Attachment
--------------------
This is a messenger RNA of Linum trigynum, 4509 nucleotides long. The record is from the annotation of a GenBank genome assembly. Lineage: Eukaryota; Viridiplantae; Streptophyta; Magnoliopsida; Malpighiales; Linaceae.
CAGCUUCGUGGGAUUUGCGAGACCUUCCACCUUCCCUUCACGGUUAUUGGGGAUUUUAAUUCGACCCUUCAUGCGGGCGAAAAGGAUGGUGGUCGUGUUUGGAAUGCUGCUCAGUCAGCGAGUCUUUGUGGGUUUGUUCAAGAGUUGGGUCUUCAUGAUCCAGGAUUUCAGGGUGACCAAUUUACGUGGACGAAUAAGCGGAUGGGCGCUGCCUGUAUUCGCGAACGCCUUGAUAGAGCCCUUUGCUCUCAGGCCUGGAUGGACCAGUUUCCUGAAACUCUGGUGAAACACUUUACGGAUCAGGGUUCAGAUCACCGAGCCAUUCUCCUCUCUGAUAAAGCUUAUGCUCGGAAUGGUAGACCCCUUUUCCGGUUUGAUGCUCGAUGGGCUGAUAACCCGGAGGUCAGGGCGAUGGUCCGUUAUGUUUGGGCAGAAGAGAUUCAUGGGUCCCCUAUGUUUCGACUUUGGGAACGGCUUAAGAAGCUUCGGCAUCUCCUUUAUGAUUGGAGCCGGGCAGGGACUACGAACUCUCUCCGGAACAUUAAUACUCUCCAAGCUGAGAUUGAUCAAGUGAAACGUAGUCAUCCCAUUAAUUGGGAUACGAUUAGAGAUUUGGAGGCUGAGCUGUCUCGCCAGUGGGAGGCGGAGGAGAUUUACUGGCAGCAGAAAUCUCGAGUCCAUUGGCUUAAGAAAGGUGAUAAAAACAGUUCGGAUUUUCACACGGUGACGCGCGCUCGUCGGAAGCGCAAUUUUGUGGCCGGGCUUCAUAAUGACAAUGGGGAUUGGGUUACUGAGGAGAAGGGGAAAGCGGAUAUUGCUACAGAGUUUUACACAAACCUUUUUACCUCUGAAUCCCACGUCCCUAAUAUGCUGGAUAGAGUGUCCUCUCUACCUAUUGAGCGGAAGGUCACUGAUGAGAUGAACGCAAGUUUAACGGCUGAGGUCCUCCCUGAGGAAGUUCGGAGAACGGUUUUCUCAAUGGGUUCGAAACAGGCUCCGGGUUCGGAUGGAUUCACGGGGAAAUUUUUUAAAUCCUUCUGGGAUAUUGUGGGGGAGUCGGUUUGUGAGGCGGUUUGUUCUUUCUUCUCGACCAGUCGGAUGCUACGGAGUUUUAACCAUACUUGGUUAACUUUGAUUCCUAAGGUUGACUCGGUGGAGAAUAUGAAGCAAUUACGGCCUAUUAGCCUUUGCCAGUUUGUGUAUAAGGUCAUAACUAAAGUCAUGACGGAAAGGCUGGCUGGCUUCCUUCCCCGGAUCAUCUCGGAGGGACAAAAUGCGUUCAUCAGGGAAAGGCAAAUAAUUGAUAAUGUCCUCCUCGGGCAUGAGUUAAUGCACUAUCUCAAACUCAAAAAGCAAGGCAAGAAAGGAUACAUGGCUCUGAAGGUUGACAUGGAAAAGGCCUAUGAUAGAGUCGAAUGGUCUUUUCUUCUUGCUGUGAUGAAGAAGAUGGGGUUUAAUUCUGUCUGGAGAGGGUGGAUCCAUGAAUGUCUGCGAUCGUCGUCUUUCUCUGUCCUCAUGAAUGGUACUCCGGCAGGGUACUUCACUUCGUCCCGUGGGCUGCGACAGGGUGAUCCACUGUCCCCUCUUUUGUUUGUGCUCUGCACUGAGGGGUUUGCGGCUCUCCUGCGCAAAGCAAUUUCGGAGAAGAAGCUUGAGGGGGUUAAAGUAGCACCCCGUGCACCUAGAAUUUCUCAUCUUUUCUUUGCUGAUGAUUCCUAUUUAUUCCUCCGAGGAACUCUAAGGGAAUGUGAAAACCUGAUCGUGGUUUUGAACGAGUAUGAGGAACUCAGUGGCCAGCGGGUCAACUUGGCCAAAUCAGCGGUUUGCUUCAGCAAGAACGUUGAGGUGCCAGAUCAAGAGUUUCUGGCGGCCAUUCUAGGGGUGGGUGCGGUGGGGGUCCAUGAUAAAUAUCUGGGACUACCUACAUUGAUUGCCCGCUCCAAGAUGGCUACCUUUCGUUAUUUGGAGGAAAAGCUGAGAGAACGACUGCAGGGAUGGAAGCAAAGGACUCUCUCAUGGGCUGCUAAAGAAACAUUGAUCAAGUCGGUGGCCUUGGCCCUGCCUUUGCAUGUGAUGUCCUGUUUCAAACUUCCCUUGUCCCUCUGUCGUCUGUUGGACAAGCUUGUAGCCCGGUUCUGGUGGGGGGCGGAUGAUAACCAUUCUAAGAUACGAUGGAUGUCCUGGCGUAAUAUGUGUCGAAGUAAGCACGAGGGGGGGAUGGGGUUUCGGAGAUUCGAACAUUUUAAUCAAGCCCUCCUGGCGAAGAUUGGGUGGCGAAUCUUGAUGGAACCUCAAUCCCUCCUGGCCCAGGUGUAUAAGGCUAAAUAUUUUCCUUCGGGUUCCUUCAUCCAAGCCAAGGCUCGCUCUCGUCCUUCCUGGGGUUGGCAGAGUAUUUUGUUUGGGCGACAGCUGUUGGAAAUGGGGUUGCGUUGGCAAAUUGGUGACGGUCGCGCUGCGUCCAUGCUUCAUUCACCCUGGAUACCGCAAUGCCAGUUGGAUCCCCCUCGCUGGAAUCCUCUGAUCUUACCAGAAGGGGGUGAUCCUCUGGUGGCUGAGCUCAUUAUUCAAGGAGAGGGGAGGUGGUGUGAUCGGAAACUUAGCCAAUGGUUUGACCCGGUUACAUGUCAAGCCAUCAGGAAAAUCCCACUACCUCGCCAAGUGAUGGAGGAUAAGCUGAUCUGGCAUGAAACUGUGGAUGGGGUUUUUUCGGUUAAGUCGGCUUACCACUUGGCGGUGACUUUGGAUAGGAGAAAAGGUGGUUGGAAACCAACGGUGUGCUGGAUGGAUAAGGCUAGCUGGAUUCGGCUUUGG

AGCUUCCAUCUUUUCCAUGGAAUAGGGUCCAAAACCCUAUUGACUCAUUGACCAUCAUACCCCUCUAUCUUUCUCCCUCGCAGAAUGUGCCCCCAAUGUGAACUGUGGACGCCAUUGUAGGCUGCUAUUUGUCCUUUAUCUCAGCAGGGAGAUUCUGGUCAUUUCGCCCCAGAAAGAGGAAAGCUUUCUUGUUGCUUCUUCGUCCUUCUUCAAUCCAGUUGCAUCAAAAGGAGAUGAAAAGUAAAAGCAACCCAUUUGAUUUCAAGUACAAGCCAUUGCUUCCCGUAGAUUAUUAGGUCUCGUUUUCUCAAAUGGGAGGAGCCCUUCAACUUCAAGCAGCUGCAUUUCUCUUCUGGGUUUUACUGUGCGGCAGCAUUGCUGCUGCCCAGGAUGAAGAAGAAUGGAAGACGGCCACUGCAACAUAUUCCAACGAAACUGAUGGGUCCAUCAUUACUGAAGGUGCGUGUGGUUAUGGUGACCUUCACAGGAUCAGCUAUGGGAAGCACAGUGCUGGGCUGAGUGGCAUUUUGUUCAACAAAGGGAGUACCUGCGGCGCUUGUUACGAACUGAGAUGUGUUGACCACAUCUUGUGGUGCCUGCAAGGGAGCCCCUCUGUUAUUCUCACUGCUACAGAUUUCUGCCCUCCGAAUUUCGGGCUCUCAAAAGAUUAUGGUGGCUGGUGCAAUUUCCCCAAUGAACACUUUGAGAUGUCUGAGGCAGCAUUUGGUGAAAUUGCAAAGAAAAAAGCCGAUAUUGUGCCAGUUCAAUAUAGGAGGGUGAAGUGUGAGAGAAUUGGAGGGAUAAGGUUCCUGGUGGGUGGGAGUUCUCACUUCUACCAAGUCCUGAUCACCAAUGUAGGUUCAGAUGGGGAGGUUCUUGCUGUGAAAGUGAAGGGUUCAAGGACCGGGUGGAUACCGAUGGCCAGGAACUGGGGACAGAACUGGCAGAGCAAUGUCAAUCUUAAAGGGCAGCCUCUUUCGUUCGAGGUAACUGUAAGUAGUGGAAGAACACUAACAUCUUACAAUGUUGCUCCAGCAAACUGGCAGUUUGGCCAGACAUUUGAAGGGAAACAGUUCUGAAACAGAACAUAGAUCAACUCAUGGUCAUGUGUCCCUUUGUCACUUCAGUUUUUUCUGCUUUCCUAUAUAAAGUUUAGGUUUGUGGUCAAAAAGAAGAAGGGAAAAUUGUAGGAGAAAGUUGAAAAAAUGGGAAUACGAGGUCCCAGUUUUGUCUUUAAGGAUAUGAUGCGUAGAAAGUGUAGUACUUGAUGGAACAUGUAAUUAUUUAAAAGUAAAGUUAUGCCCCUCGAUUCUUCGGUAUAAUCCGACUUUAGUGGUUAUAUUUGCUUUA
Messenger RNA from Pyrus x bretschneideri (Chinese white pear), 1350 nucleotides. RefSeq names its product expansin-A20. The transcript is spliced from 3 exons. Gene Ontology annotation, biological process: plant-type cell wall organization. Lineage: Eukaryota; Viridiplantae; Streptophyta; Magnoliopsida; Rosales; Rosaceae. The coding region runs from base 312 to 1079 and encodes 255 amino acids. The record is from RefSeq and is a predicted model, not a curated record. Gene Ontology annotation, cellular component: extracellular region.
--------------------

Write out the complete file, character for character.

This is a messenger RNA of Linum trigynum, 4509 nucleotides long. The record is from the annotation of a GenBank genome assembly. Lineage: Eukaryota; Viridiplantae; Streptophyta; Magnoliopsida; Malpighiales; Linaceae.
CAGCUUCGUGGGAUUUGCGAGACCUUCCACCUUCCCUUCACGGUUAUUGGGGAUUUUAAUUCGACCCUUCAUGCGGGCGAAAAGGAUGGUGGUCGUGUUUGGAAUGCUGCUCAGUCAGCGAGUCUUUGUGGGUUUGUUCAAGAGUUGGGUCUUCAUGAUCCAGGAUUUCAGGGUGACCAAUUUACGUGGACGAAUAAGCGGAUGGGCGCUGCCUGUAUUCGCGAACGCCUUGAUAGAGCCCUUUGCUCUCAGGCCUGGAUGGACCAGUUUCCUGAAACUCUGGUGAAACACUUUACGGAUCAGGGUUCAGAUCACCGAGCCAUUCUCCUCUCUGAUAAAGCUUAUGCUCGGAAUGGUAGACCCCUUUUCCGGUUUGAUGCUCGAUGGGCUGAUAACCCGGAGGUCAGGGCGAUGGUCCGUUAUGUUUGGGCAGAAGAGAUUCAUGGGUCCCCUAUGUUUCGACUUUGGGAACGGCUUAAGAAGCUUCGGCAUCUCCUUUAUGAUUGGAGCCGGGCAGGGACUACGAACUCUCUCCGGAACAUUAAUACUCUCCAAGCUGAGAUUGAUCAAGUGAAACGUAGUCAUCCCAUUAAUUGGGAUACGAUUAGAGAUUUGGAGGCUGAGCUGUCUCGCCAGUGGGAGGCGGAGGAGAUUUACUGGCAGCAGAAAUCUCGAGUCCAUUGGCUUAAGAAAGGUGAUAAAAACAGUUCGGAUUUUCACACGGUGACGCGCGCUCGUCGGAAGCGCAAUUUUGUGGCCGGGCUUCAUAAUGACAAUGGGGAUUGGGUUACUGAGGAGAAGGGGAAAGCGGAUAUUGCUACAGAGUUUUACACAAACCUUUUUACCUCUGAAUCCCACGUCCCUAAUAUGCUGGAUAGAGUGUCCUCUCUACCUAUUGAGCGGAAGGUCACUGAUGAGAUGAACGCAAGUUUAACGGCUGAGGUCCUCCCUGAGGAAGUUCGGAGAACGGUUUUCUCAAUGGGUUCGAAACAGGCUCCGGGUUCGGAUGGAUUCACGGGGAAAUUUUUUAAAUCCUUCUGGGAUAUUGUGGGGGAGUCGGUUUGUGAGGCGGUUUGUUCUUUCUUCUCGACCAGUCGGAUGCUACGGAGUUUUAACCAUACUUGGUUAACUUUGAUUCCUAAGGUUGACUCGGUGGAGAAUAUGAAGCAAUUACGGCCUAUUAGCCUUUGCCAGUUUGUGUAUAAGGUCAUAACUAAAGUCAUGACGGAAAGGCUGGCUGGCUUCCUUCCCCGGAUCAUCUCGGAGGGACAAAAUGCGUUCAUCAGGGAAAGGCAAAUAAUUGAUAAUGUCCUCCUCGGGCAUGAGUUAAUGCACUAUCUCAAACUCAAAAAGCAAGGCAAGAAAGGAUACAUGGCUCUGAAGGUUGACAUGGAAAAGGCCUAUGAUAGAGUCGAAUGGUCUUUUCUUCUUGCUGUGAUGAAGAAGAUGGGGUUUAAUUCUGUCUGGAGAGGGUGGAUCCAUGAAUGUCUGCGAUCGUCGUCUUUCUCUGUCCUCAUGAAUGGUACUCCGGCAGGGUACUUCACUUCGUCCCGUGGGCUGCGACAGGGUGAUCCACUGUCCCCUCUUUUGUUUGUGCUCUGCACUGAGGGGUUUGCGGCUCUCCUGCGCAAAGCAAUUUCGGAGAAGAAGCUUGAGGGGGUUAAAGUAGCACCCCGUGCACCUAGAAUUUCUCAUCUUUUCUUUGCUGAUGAUUCCUAUUUAUUCCUCCGAGGAACUCUAAGGGAAUGUGAAAACCUGAUCGUGGUUUUGAACGAGUAUGAGGAACUCAGUGGCCAGCGGGUCAACUUGGCCAAAUCAGCGGUUUGCUUCAGCAAGAACGUUGAGGUGCCAGAUCAAGAGUUUCUGGCGGCCAUUCUAGGGGUGGGUGCGGUGGGGGUCCAUGAUAAAUAUCUGGGACUACCUACAUUGAUUGCCCGCUCCAAGAUGGCUACCUUUCGUUAUUUGGAGGAAAAGCUGAGAGAACGACUGCAGGGAUGGAAGCAAAGGACUCUCUCAUGGGCUGCUAAAGAAACAUUGAUCAAGUCGGUGGCCUUGGCCCUGCCUUUGCAUGUGAUGUCCUGUUUCAAACUUCCCUUGUCCCUCUGUCGUCUGUUGGACAAGCUUGUAGCCCGGUUCUGGUGGGGGGCGGAUGAUAACCAUUCUAAGAUACGAUGGAUGUCCUGGCGUAAUAUGUGUCGAAGUAAGCACGAGGGGGGGAUGGGGUUUCGGAGAUUCGAACAUUUUAAUCAAGCCCUCCUGGCGAAGAUUGGGUGGCGAAUCUUGAUGGAACCUCAAUCCCUCCUGGCCCAGGUGUAUAAGGCUAAAUAUUUUCCUUCGGGUUCCUUCAUCCAAGCCAAGGCUCGCUCUCGUCCUUCCUGGGGUUGGCAGAGUAUUUUGUUUGGGCGACAGCUGUUGGAAAUGGGGUUGCGUUGGCAAAUUGGUGACGGUCGCGCUGCGUCCAUGCUUCAUUCACCCUGGAUACCGCAAUGCCAGUUGGAUCCCCCUCGCUGGAAUCCUCUGAUCUUACCAGAAGGGGGUGAUCCUCUGGUGGCUGAGCUCAUUAUUCAAGGAGAGGGGAGGUGGUGUGAUCGGAAACUUAGCCAAUGGUUUGACCCGGUUACAUGUCAAGCCAUCAGGAAAAUCCCACUACCUCGCCAAGUGAUGGAGGAUAAGCUGAUCUGGCAUGAAACUGUGGAUGGGGUUUUUUCGGUUAAGUCGGCUUACCACUUGGCGGUGACUUUGGAUAGGAGAAAAGGUGGUUGGAAACCAACGGUGUGCUGGAUGGAUAAGGCUAGCUGGAUUCGGCUUUGG

AGCUUCCAUCUUUUCCAUGGAAUAGGGUCCAAAACCCUAUUGACUCAUUGACCAUCAUACCCCUCUAUCUUUCUCCCUCGCAGAAUGUGCCCCCAAUGUGAACUGUGGACGCCAUUGUAGGCUGCUAUUUGUCCUUUAUCUCAGCAGGGAGAUUCUGGUCAUUUCGCCCCAGAAAGAGGAAAGCUUUCUUGUUGCUUCUUCGUCCUUCUUCAAUCCAGUUGCAUCAAAAGGAGAUGAAAAGUAAAAGCAACCCAUUUGAUUUCAAGUACAAGCCAUUGCUUCCCGUAGAUUAUUAGGUCUCGUUUUCUCAAAUGGGAGGAGCCCUUCAACUUCAAGCAGCUGCAUUUCUCUUCUGGGUUUUACUGUGCGGCAGCAUUGCUGCUGCCCAGGAUGAAGAAGAAUGGAAGACGGCCACUGCAACAUAUUCCAACGAAACUGAUGGGUCCAUCAUUACUGAAGGUGCGUGUGGUUAUGGUGACCUUCACAGGAUCAGCUAUGGGAAGCACAGUGCUGGGCUGAGUGGCAUUUUGUUCAACAAAGGGAGUACCUGCGGCGCUUGUUACGAACUGAGAUGUGUUGACCACAUCUUGUGGUGCCUGCAAGGGAGCCCCUCUGUUAUUCUCACUGCUACAGAUUUCUGCCCUCCGAAUUUCGGGCUCUCAAAAGAUUAUGGUGGCUGGUGCAAUUUCCCCAAUGAACACUUUGAGAUGUCUGAGGCAGCAUUUGGUGAAAUUGCAAAGAAAAAAGCCGAUAUUGUGCCAGUUCAAUAUAGGAGGGUGAAGUGUGAGAGAAUUGGAGGGAUAAGGUUCCUGGUGGGUGGGAGUUCUCACUUCUACCAAGUCCUGAUCACCAAUGUAGGUUCAGAUGGGGAGGUUCUUGCUGUGAAAGUGAAGGGUUCAAGGACCGGGUGGAUACCGAUGGCCAGGAACUGGGGACAGAACUGGCAGAGCAAUGUCAAUCUUAAAGGGCAGCCUCUUUCGUUCGAGGUAACUGUAAGUAGUGGAAGAACACUAACAUCUUACAAUGUUGCUCCAGCAAACUGGCAGUUUGGCCAGACAUUUGAAGGGAAACAGUUCUGAAACAGAACAUAGAUCAACUCAUGGUCAUGUGUCCCUUUGUCACUUCAGUUUUUUCUGCUUUCCUAUAUAAAGUUUAGGUUUGUGGUCAAAAAGAAGAAGGGAAAAUUGUAGGAGAAAGUUGAAAAAAUGGGAAUACGAGGUCCCAGUUUUGUCUUUAAGGAUAUGAUGCGUAGAAAGUGUAGUACUUGAUGGAACAUGUAAUUAUUUAAAAGUAAAGUUAUGCCCCUCGAUUCUUCGGUAUAAUCCGACUUUAGUGGUUAUAUUUGCUUUA
Messenger RNA from Pyrus x bretschneideri (Chinese white pear), 1350 nucleotides. RefSeq names its product expansin-A20. The transcript is spliced from 3 exons. Gene Ontology annotation, biological process: plant-type cell wall organization. Lineage: Eukaryota; Viridiplantae; Streptophyta; Magnoliopsida; Rosales; Rosaceae. The coding region runs from base 312 to 1079 and encodes 255 amino acids. The record is from RefSeq and is a predicted model, not a curated record. Gene Ontology annotation, cellular component: extracellular region.